So I get the fact that some hear the word “fat” and immediately get defensive. That’s not because there is something inherently wrong with the word; it’s because in their minds they immediately hear all the other words associated with it and feel that Walmart is hurting its customers. If Walmart had said “Selfish, Ugly, Lazy Girl Costumes,” I’d support us being up in arms. But they didn’t. They just said a three letter word that could be argued to neutrally describe a portion of their consumer base.

Now, it’s equally important to consider that words don’t exist in a vacuum. Was Walmart supporting the fat-acceptance movement and promoting a progressive wave of feminism with it’s webpage? I’m not naive enough to totally buy that. But I also can’t say what the intention of the site was. The fact that they’ve now apologized profusely and pulled down the page seems to indicate that they are not exactly trying to make a political statement (or at least not one they were prepared to defend).

Alright, lay it on me… What do you think of Walmart’s “Fat Girl Costumes” page? What do you think of the word “fat”?

p.s. I actually feel a little more offended by the term “girl” in that phrase… You don’t see Walmart referring to adult men as “boys.” But that’s for another day…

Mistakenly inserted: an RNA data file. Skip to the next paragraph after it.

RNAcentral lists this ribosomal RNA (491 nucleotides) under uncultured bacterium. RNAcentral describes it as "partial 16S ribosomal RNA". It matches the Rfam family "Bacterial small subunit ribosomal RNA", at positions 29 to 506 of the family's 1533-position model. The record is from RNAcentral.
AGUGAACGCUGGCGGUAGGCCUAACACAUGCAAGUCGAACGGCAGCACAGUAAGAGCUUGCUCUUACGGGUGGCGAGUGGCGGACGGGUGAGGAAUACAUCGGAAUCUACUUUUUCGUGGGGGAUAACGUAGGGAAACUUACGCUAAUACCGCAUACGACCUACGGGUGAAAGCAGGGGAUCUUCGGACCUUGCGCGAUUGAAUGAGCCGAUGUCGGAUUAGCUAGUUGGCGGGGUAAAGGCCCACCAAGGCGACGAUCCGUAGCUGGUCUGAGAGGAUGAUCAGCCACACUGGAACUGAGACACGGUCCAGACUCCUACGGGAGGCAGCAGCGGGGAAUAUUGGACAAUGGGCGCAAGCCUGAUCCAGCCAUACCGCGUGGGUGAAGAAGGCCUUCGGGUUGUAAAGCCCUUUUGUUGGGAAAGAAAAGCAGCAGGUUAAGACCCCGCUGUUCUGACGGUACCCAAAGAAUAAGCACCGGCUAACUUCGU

17 Apr

Could a patch make you feel more beautiful? Does it matter?

Current Events No Comments by Ashley @ Nourishing the Soul

“I’ve been spending so much time thinking that if I could just get myself to like the outside, to feel satisfied with the external, then I would feel peace on the inside. But I realize that hasn’t work,” she said, shaking her head slightly and as her eyes shifted down. “Maybe it’s really about finding peace on the inside first, and the outside will follow. Maybe that’s the key to feeling beautiful.”

Her peer looked at her earnestly, her shoulders lifting into a shrug, and replied, “Or maybe when you feel peace on the inside, you just don’t care about beauty so much.”

I smiled at the reply, noting that I couldn’t have said it better myself. That’s exactly right, I thought. When you feel peace, there are more important things that how I look today.